Proper Use of Conventional PRV Discharge Coefficients
By Jung Seob Kim, Sunlake Co., Heather Jean Dunsheath, Covestro, Hyun Ji Woo and Nayeon Kim, SK E&C |
In order to correctly size pressure relief valves (PRVs), a robust understanding of discharge coefficients for vapor, liquid and two-phase flow is crucial
A pressure relief valve (PRV) is used to prevent the pressure in a process vessel from exceeding the allowed pressure rating of the vessel. The required PRV orifice area is determined by dividing an ideal nozzle orifice area by a valve discharge coefficient. Therefore, proper use of PRV discharge coefficients is very important for sizing PRVs and preventing potential overpressure of process vessels.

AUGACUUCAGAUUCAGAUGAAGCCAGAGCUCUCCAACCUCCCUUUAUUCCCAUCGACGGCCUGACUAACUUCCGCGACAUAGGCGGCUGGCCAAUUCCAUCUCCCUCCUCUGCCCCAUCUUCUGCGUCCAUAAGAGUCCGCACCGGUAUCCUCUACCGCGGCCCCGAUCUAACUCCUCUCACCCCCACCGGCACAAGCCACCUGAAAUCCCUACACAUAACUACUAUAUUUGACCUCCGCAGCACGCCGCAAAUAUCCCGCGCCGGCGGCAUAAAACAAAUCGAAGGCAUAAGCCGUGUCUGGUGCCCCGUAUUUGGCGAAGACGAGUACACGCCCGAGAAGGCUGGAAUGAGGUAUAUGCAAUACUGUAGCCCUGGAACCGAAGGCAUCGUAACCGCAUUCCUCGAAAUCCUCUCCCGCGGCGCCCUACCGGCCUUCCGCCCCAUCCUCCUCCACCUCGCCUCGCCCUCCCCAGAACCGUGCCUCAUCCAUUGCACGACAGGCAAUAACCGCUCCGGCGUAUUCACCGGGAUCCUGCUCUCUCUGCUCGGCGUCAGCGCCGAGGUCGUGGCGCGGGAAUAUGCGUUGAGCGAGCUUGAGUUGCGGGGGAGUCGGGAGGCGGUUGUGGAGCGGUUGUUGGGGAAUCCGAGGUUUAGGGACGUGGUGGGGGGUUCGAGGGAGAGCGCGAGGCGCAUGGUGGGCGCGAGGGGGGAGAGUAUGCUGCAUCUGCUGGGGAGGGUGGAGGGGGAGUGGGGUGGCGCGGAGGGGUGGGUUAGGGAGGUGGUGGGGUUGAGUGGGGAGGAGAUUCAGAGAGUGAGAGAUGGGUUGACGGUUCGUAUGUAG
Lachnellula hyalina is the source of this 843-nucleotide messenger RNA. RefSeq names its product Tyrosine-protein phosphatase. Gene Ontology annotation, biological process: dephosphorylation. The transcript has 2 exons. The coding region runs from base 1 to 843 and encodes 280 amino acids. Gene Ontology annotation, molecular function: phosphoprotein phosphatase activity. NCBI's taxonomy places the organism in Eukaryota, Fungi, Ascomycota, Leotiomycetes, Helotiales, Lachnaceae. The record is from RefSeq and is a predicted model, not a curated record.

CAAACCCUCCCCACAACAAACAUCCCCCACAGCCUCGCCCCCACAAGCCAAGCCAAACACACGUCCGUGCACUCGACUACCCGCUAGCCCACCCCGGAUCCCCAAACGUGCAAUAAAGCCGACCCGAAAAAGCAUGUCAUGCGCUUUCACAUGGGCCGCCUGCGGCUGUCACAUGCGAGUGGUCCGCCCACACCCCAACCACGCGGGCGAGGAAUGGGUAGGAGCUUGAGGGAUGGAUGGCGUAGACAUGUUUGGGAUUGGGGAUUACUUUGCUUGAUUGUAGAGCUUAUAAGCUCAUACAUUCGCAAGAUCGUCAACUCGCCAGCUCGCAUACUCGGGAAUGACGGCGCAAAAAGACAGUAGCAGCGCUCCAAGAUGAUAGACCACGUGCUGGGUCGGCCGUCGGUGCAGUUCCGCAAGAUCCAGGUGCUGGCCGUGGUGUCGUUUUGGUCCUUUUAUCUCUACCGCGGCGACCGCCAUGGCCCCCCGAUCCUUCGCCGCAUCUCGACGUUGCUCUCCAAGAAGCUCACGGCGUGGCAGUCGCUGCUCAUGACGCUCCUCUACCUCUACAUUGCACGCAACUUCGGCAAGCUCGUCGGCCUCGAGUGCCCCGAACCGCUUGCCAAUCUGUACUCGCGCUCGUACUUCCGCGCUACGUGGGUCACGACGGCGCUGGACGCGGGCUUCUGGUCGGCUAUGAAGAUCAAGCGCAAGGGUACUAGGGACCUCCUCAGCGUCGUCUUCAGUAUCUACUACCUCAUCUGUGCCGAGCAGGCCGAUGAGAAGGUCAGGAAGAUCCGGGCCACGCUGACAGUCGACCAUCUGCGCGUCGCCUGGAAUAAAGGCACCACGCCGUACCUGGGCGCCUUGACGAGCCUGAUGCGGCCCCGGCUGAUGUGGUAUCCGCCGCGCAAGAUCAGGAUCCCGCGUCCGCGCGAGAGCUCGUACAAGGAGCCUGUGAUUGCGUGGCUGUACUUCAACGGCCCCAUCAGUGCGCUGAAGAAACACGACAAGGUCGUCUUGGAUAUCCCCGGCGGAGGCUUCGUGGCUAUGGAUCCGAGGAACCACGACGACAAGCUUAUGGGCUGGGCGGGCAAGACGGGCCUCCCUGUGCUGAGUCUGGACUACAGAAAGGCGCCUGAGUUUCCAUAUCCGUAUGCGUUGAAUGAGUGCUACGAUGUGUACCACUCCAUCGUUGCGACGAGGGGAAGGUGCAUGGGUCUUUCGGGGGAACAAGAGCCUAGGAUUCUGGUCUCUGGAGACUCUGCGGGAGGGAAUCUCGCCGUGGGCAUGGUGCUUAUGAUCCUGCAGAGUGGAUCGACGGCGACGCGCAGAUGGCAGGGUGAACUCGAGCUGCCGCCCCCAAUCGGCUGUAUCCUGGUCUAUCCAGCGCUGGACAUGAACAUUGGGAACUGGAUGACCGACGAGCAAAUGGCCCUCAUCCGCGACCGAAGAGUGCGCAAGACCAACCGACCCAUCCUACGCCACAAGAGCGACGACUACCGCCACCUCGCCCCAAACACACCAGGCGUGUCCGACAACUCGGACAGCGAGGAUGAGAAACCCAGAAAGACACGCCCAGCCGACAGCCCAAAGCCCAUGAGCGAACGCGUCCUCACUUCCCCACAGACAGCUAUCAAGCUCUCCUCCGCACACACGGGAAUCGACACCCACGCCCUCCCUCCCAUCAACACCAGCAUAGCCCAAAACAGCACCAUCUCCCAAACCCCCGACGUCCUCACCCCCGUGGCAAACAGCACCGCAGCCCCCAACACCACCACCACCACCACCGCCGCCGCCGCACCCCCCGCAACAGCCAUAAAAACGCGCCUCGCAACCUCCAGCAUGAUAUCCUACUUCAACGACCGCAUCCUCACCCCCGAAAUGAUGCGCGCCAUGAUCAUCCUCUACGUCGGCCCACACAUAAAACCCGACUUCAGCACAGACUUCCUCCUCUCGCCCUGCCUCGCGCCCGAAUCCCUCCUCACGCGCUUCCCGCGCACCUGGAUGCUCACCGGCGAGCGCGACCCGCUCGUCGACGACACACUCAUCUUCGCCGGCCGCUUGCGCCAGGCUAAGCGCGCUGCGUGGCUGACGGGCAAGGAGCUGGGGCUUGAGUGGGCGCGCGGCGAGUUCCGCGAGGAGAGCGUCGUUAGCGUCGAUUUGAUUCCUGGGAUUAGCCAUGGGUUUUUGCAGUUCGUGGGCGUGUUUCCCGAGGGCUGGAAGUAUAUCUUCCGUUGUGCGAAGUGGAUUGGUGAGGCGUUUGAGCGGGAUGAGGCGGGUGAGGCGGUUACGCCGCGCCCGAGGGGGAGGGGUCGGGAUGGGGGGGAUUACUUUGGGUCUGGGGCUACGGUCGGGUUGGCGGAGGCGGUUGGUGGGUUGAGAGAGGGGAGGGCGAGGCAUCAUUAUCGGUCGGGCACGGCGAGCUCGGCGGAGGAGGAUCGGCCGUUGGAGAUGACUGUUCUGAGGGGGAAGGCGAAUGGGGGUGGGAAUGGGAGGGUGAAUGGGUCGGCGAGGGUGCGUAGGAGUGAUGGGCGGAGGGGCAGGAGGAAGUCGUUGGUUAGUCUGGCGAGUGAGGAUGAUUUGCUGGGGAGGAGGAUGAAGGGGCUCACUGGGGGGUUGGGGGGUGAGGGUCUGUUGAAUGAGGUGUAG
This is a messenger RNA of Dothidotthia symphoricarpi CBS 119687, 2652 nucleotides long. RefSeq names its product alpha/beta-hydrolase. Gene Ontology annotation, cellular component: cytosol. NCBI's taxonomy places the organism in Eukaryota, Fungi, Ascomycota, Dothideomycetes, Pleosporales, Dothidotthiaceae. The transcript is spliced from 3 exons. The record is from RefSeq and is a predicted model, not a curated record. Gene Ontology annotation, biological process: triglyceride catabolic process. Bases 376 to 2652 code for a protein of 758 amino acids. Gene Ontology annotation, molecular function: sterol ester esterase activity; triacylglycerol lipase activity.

PRV manufacturers provide certified discharge coefficients that were determined experimentally for liquids and vapors. Certified PRV discharge coefficient values are reported in the Pressure Relief Device Certifications, NB-18 [ 1] from the National Board of Boiler and Pressure Vessel Inspectors. The certifications are based on isentropic ideal nozzle-flow equations for incompressible flow of water and compressible flow of air and steam. However, there is no certified discharge coefficient for two-phase flow. As many others have noted in the literature, the authors have found that the discharge coefficient for gases is significantly greater than the discharge coefficient for liquids.